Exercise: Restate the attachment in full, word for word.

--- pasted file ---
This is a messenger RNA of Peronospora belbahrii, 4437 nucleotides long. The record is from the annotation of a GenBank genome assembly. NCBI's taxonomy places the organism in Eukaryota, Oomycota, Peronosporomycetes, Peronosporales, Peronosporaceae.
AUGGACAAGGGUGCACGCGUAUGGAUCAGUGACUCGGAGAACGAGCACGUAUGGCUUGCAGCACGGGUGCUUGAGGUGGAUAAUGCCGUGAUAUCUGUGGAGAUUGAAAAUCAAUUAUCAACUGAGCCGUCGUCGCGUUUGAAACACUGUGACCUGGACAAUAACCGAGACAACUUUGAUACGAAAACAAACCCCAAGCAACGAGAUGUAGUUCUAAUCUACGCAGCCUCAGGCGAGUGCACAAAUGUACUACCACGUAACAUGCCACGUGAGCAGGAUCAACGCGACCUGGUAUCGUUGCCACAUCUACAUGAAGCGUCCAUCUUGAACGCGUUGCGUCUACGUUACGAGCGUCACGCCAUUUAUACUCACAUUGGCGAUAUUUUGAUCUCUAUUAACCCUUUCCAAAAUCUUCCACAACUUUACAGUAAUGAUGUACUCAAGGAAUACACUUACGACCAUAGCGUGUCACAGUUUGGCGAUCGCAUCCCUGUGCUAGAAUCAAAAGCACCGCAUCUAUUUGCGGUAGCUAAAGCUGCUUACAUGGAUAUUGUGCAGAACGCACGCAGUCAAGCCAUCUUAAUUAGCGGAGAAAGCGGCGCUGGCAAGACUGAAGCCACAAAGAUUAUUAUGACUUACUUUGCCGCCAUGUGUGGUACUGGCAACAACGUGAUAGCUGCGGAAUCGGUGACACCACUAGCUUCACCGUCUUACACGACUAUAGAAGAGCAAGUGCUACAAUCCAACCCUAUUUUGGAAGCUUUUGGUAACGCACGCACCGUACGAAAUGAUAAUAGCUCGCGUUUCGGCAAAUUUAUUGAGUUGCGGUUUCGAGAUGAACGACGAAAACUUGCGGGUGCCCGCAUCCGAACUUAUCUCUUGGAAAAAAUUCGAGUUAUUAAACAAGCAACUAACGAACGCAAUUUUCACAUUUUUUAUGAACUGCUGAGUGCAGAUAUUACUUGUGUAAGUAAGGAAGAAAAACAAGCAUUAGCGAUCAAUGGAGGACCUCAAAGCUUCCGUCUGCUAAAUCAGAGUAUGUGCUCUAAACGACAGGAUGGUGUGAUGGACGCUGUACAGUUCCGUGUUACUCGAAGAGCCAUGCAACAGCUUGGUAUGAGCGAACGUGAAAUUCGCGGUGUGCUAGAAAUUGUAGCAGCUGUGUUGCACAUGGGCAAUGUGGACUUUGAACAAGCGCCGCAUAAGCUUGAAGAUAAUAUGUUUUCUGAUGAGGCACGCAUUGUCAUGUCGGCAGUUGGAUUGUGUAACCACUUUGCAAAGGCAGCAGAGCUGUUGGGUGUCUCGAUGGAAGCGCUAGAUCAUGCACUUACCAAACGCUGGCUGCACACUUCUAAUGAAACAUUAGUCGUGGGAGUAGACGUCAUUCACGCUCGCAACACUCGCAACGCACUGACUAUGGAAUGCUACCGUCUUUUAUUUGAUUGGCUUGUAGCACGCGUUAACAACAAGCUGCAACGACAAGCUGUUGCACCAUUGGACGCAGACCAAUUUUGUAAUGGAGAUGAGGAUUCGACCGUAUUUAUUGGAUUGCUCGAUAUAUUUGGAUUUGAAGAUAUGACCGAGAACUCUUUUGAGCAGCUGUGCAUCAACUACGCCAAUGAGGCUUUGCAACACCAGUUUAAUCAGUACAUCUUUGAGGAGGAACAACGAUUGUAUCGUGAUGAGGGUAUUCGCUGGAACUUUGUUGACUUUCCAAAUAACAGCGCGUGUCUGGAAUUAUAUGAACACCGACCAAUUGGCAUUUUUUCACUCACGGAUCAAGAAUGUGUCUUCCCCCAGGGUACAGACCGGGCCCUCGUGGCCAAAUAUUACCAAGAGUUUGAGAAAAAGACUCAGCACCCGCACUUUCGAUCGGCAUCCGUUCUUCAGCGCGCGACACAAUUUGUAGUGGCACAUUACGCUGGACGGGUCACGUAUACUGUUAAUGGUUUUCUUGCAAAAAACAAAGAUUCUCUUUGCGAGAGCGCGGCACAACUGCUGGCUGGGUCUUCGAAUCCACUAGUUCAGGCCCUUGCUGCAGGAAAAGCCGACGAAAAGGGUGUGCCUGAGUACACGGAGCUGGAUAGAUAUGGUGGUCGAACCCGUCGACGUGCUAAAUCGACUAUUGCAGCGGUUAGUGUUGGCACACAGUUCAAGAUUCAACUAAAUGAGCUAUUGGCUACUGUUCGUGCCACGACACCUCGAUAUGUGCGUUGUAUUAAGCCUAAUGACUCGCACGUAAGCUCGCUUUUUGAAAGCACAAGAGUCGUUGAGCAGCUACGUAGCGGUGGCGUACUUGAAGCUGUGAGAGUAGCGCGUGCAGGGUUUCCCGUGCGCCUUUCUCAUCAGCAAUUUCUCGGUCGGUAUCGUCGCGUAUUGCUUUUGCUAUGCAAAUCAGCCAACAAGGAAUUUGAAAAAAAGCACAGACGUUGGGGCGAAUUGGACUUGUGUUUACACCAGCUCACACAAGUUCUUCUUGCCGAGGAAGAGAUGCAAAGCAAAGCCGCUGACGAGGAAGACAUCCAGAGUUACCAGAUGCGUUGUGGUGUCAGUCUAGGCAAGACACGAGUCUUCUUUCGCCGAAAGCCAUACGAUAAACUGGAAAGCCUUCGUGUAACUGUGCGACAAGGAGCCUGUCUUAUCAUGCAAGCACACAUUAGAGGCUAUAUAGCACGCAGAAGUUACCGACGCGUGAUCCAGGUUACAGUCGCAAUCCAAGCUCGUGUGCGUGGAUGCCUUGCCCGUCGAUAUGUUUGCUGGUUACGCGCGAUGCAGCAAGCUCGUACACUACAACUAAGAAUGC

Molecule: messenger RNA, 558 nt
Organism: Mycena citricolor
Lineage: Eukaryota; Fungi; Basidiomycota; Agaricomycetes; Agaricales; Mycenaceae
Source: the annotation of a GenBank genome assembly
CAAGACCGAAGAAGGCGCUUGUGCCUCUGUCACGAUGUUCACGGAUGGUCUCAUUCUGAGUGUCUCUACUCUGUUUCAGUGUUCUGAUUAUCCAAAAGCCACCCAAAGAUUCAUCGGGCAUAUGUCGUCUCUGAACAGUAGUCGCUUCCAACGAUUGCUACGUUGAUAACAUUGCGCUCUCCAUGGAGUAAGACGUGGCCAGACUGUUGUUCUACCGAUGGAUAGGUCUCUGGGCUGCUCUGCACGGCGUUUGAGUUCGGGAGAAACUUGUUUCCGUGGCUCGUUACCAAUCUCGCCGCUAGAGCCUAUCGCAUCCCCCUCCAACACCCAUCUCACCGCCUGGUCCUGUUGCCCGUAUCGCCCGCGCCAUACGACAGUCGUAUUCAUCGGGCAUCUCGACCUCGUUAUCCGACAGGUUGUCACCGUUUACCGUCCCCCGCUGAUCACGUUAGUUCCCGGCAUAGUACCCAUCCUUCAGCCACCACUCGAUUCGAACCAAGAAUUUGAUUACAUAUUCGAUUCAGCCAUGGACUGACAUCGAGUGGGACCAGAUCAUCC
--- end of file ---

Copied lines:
This is a messenger RNA of Peronospora belbahrii, 4437 nucleotides long. The record is from the annotation of a GenBank genome assembly. NCBI's taxonomy places the organism in Eukaryota, Oomycota, Peronosporomycetes, Peronosporales, Peronosporaceae.
AUGGACAAGGGUGCACGCGUAUGGAUCAGUGACUCGGAGAACGAGCACGUAUGGCUUGCAGCACGGGUGCUUGAGGUGGAUAAUGCCGUGAUAUCUGUGGAGAUUGAAAAUCAAUUAUCAACUGAGCCGUCGUCGCGUUUGAAACACUGUGACCUGGACAAUAACCGAGACAACUUUGAUACGAAAACAAACCCCAAGCAACGAGAUGUAGUUCUAAUCUACGCAGCCUCAGGCGAGUGCACAAAUGUACUACCACGUAACAUGCCACGUGAGCAGGAUCAACGCGACCUGGUAUCGUUGCCACAUCUACAUGAAGCGUCCAUCUUGAACGCGUUGCGUCUACGUUACGAGCGUCACGCCAUUUAUACUCACAUUGGCGAUAUUUUGAUCUCUAUUAACCCUUUCCAAAAUCUUCCACAACUUUACAGUAAUGAUGUACUCAAGGAAUACACUUACGACCAUAGCGUGUCACAGUUUGGCGAUCGCAUCCCUGUGCUAGAAUCAAAAGCACCGCAUCUAUUUGCGGUAGCUAAAGCUGCUUACAUGGAUAUUGUGCAGAACGCACGCAGUCAAGCCAUCUUAAUUAGCGGAGAAAGCGGCGCUGGCAAGACUGAAGCCACAAAGAUUAUUAUGACUUACUUUGCCGCCAUGUGUGGUACUGGCAACAACGUGAUAGCUGCGGAAUCGGUGACACCACUAGCUUCACCGUCUUACACGACUAUAGAAGAGCAAGUGCUACAAUCCAACCCUAUUUUGGAAGCUUUUGGUAACGCACGCACCGUACGAAAUGAUAAUAGCUCGCGUUUCGGCAAAUUUAUUGAGUUGCGGUUUCGAGAUGAACGACGAAAACUUGCGGGUGCCCGCAUCCGAACUUAUCUCUUGGAAAAAAUUCGAGUUAUUAAACAAGCAACUAACGAACGCAAUUUUCACAUUUUUUAUGAACUGCUGAGUGCAGAUAUUACUUGUGUAAGUAAGGAAGAAAAACAAGCAUUAGCGAUCAAUGGAGGACCUCAAAGCUUCCGUCUGCUAAAUCAGAGUAUGUGCUCUAAACGACAGGAUGGUGUGAUGGACGCUGUACAGUUCCGUGUUACUCGAAGAGCCAUGCAACAGCUUGGUAUGAGCGAACGUGAAAUUCGCGGUGUGCUAGAAAUUGUAGCAGCUGUGUUGCACAUGGGCAAUGUGGACUUUGAACAAGCGCCGCAUAAGCUUGAAGAUAAUAUGUUUUCUGAUGAGGCACGCAUUGUCAUGUCGGCAGUUGGAUUGUGUAACCACUUUGCAAAGGCAGCAGAGCUGUUGGGUGUCUCGAUGGAAGCGCUAGAUCAUGCACUUACCAAACGCUGGCUGCACACUUCUAAUGAAACAUUAGUCGUGGGAGUAGACGUCAUUCACGCUCGCAACACUCGCAACGCACUGACUAUGGAAUGCUACCGUCUUUUAUUUGAUUGGCUUGUAGCACGCGUUAACAACAAGCUGCAACGACAAGCUGUUGCACCAUUGGACGCAGACCAAUUUUGUAAUGGAGAUGAGGAUUCGACCGUAUUUAUUGGAUUGCUCGAUAUAUUUGGAUUUGAAGAUAUGACCGAGAACUCUUUUGAGCAGCUGUGCAUCAACUACGCCAAUGAGGCUUUGCAACACCAGUUUAAUCAGUACAUCUUUGAGGAGGAACAACGAUUGUAUCGUGAUGAGGGUAUUCGCUGGAACUUUGUUGACUUUCCAAAUAACAGCGCGUGUCUGGAAUUAUAUGAACACCGACCAAUUGGCAUUUUUUCACUCACGGAUCAAGAAUGUGUCUUCCCCCAGGGUACAGACCGGGCCCUCGUGGCCAAAUAUUACCAAGAGUUUGAGAAAAAGACUCAGCACCCGCACUUUCGAUCGGCAUCCGUUCUUCAGCGCGCGACACAAUUUGUAGUGGCACAUUACGCUGGACGGGUCACGUAUACUGUUAAUGGUUUUCUUGCAAAAAACAAAGAUUCUCUUUGCGAGAGCGCGGCACAACUGCUGGCUGGGUCUUCGAAUCCACUAGUUCAGGCCCUUGCUGCAGGAAAAGCCGACGAAAAGGGUGUGCCUGAGUACACGGAGCUGGAUAGAUAUGGUGGUCGAACCCGUCGACGUGCUAAAUCGACUAUUGCAGCGGUUAGUGUUGGCACACAGUUCAAGAUUCAACUAAAUGAGCUAUUGGCUACUGUUCGUGCCACGACACCUCGAUAUGUGCGUUGUAUUAAGCCUAAUGACUCGCACGUAAGCUCGCUUUUUGAAAGCACAAGAGUCGUUGAGCAGCUACGUAGCGGUGGCGUACUUGAAGCUGUGAGAGUAGCGCGUGCAGGGUUUCCCGUGCGCCUUUCUCAUCAGCAAUUUCUCGGUCGGUAUCGUCGCGUAUUGCUUUUGCUAUGCAAAUCAGCCAACAAGGAAUUUGAAAAAAAGCACAGACGUUGGGGCGAAUUGGACUUGUGUUUACACCAGCUCACACAAGUUCUUCUUGCCGAGGAAGAGAUGCAAAGCAAAGCCGCUGACGAGGAAGACAUCCAGAGUUACCAGAUGCGUUGUGGUGUCAGUCUAGGCAAGACACGAGUCUUCUUUCGCCGAAAGCCAUACGAUAAACUGGAAAGCCUUCGUGUAACUGUGCGACAAGGAGCCUGUCUUAUCAUGCAAGCACACAUUAGAGGCUAUAUAGCACGCAGAAGUUACCGACGCGUGAUCCAGGUUACAGUCGCAAUCCAAGCUCGUGUGCGUGGAUGCCUUGCCCGUCGAUAUGUUUGCUGGUUACGCGCGAUGCAGCAAGCUCGUACACUACAACUAAGAAUGC

Molecule: messenger RNA, 558 nt
Organism: Mycena citricolor
Lineage: Eukaryota; Fungi; Basidiomycota; Agaricomycetes; Agaricales; Mycenaceae
Source: the annotation of a GenBank genome assembly
CAAGACCGAAGAAGGCGCUUGUGCCUCUGUCACGAUGUUCACGGAUGGUCUCAUUCUGAGUGUCUCUACUCUGUUUCAGUGUUCUGAUUAUCCAAAAGCCACCCAAAGAUUCAUCGGGCAUAUGUCGUCUCUGAACAGUAGUCGCUUCCAACGAUUGCUACGUUGAUAACAUUGCGCUCUCCAUGGAGUAAGACGUGGCCAGACUGUUGUUCUACCGAUGGAUAGGUCUCUGGGCUGCUCUGCACGGCGUUUGAGUUCGGGAGAAACUUGUUUCCGUGGCUCGUUACCAAUCUCGCCGCUAGAGCCUAUCGCAUCCCCCUCCAACACCCAUCUCACCGCCUGGUCCUGUUGCCCGUAUCGCCCGCGCCAUACGACAGUCGUAUUCAUCGGGCAUCUCGACCUCGUUAUCCGACAGGUUGUCACCGUUUACCGUCCCCCGCUGAUCACGUUAGUUCCCGGCAUAGUACCCAUCCUUCAGCCACCACUCGAUUCGAACCAAGAAUUUGAUUACAUAUUCGAUUCAGCCAUGGACUGACAUCGAGUGGGACCAGAUCAUCC